Should Saskatchewan raise its minimum wage?

While some business groups are concerned about the prospect of any increase in the minimum wage, "living wage" activists maintain that wages should be increased to meet the cost of living.

Sask.'s minimum wage is $10.96/hour, while Ontario just raised its minimum wage to $14

Saskatchewan's current minimum wage has been set as $10.96 an hour. (Karin Larsen/CBC)

While some business groups are concerned about the prospect of any increase in the minimum wage, "living wage" activists maintain that wages should be increased to meet the cost of living.

As of Jan. 1, Ontario's minimum wage is $14 an hour, up from $11.60. Alberta plans to increase its minimum wage to $13.60 in October. Many provinces are expected to hike their minimum wages by the end of the year.

With a minimum wage of $10.96/hour, Saskatchewan's minimum wage is the second lowest in Canada, after Nova Scotia, though most provinces' minimum wages are $11 or just over $11. Saskatoon's "living wage" has been calculated at $16.19 an hour.

Julianne Hazlewood, host of CBC Radio's Saskatoon Morning, sat down with Canadian Federation of Independent Business vice-president Marilyn Braun-Pollon and University of Saskatchewan researcher Chuck Plante to talk about the cost of living in Saskatoon, the potential for job losses and for increased productivity.

Julianne Hazlewood: What do you make of Saskatchewan's minimum wage, where it is right now?

Marilyn Braun-Pollon: I think we've always said that the majority of businesses already pay well above the minimum wage. Also, the majority of minimum wage earners are between the ages of 15 and 24 years old. Our research currently shows 60 per cent of minimum wage earners across the country are in that age range. What our research has found is, as our minimum wage rises, young workers are the most vulnerable group in the economy. Often as their wage costs increase, as we're seeing those massive increases in provinces like Alberta and Ontario, business owners have a number of choices and hire fewer youth or cut back hours. So, those that we're trying to help are, in fact, hurt.

JH: Chuck, what should the minimum wage be in Saskatoon?

Chuck Plante: I'm the author of [the report] The Business Case for a Living Wage in Saskatoon, and the individual that calculated the living wage for Saskatoon. This year it's $16.19. A living wage is an objective measure of how much it costs to live in Saskatoon, and then we work out how much a family of four with two working parents has to earn, on an hourly basis, to meet those needs.

The point that we really try to press home is it costs money to live in Saskatoon, and when workers aren't paid enough to meet those levels, there's a risk that they're unable to stabilize their lives in ways that are going to be beneficial for themselves and also to the employer. There's a growing body of research that's showing that paying employees too little can lead to absenteeism and high turnover, and these are things that are extremely costly for businesses.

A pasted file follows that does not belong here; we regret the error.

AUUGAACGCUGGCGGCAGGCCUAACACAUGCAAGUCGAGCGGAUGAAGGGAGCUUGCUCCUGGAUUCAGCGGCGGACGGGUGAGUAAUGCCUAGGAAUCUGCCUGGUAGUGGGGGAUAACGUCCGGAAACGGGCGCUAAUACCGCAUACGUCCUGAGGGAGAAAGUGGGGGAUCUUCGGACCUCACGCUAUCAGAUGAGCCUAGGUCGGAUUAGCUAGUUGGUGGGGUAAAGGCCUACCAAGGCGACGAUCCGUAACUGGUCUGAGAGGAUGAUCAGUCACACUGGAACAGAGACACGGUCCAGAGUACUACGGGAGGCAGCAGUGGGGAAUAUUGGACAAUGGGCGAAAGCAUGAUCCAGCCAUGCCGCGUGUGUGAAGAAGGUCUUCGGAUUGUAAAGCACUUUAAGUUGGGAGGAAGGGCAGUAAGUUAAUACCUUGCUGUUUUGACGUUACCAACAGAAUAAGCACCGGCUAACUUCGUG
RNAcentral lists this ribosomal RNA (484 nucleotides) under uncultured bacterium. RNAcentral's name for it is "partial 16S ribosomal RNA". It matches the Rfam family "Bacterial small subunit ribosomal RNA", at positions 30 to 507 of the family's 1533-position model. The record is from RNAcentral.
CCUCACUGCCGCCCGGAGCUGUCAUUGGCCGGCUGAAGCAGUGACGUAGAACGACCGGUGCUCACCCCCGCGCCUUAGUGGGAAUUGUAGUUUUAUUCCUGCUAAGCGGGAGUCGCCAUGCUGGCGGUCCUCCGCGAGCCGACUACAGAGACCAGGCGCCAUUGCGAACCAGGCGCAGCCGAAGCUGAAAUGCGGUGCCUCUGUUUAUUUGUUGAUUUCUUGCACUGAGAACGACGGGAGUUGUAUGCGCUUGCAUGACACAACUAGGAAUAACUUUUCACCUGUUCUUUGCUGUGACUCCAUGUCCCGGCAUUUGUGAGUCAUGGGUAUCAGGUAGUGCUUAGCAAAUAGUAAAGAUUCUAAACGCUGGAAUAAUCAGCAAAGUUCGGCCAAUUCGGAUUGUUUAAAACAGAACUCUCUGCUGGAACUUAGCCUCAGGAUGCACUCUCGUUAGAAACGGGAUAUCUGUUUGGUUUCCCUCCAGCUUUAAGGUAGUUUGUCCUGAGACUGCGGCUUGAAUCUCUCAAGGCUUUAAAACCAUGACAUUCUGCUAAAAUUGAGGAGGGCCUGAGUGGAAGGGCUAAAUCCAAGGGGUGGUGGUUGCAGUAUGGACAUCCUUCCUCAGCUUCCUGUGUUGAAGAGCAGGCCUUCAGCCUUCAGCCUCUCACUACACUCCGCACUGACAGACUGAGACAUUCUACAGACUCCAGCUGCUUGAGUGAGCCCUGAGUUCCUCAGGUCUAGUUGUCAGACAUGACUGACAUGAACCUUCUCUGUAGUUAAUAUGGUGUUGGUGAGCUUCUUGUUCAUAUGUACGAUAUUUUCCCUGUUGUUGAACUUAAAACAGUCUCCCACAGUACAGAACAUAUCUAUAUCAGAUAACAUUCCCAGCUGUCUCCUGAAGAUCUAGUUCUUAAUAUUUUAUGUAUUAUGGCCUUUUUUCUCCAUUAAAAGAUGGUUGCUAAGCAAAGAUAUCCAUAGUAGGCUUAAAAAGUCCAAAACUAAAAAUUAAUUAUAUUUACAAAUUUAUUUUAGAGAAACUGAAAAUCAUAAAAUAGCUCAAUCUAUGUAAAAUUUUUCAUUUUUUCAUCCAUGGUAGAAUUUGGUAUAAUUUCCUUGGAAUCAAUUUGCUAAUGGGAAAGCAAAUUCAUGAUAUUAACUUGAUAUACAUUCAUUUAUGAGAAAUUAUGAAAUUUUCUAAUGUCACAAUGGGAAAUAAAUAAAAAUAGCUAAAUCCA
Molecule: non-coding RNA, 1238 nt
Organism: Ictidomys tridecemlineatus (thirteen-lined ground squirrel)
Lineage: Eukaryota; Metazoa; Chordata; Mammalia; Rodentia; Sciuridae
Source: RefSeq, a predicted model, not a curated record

JH: Marilyn, what do you think of what Chuck said?

MBP: I think what Chuck is doing is assuming that business owners are not paying competitive wages. Saskatchewan has some of the highest weekly earnings in the country. [His idea] sounds really good, but when you look at the reality of it, the evidence is that it would have a huge impact. What he's proposing is a 53 per cent increase to Saskatchewan's minimum wage right now and what that would do is, in a restaurant with 25 employees, it would increase their annual payroll costs by $300,000. You look at the reality of that, the idea that a hike of this magnitude wouldn't have a impact, they need to talk to the owner of their favourite restaurant. We're not talking about billion-dollar multinationals.

JH: Chuck, should we assume that young people have more financial support from family members to help subsidize living costs?

CP: As a millenial, I find it really problematic to be cavalier about low wages among these age groups. I think it's in all of our interests to be able to afford an education and be able to strike out on their own, invest in housing, eventually start families, and I don't know how delaying that process is in anyone's interest. But that's exactly what happens when you allow poverty to happen within these groups. It's not a coincidence that the cities in Canada with the highest poverty rates among these age groups have the highest proportion of people staying at home and not leaving the nest.

JH: Marilyn, if Saskatchewan increased its minimum wage by $2 to $3, what would we see here?

MBP: What you would see is what you're seeing in Ontario. What we've found is the decision is already having a ripple effect with businesses. They're having to raise prices, they're delaying expansion plans, they're reducing their overall staffing hours. One business owner said they won't be able to hire the same number of students next year.

JH: Chuck, any final thoughts?

CP: I think it's just common sense that it costs money to live, and if you pay people too little, they're not going to be able to show up to work and be as dependable as we need them to be.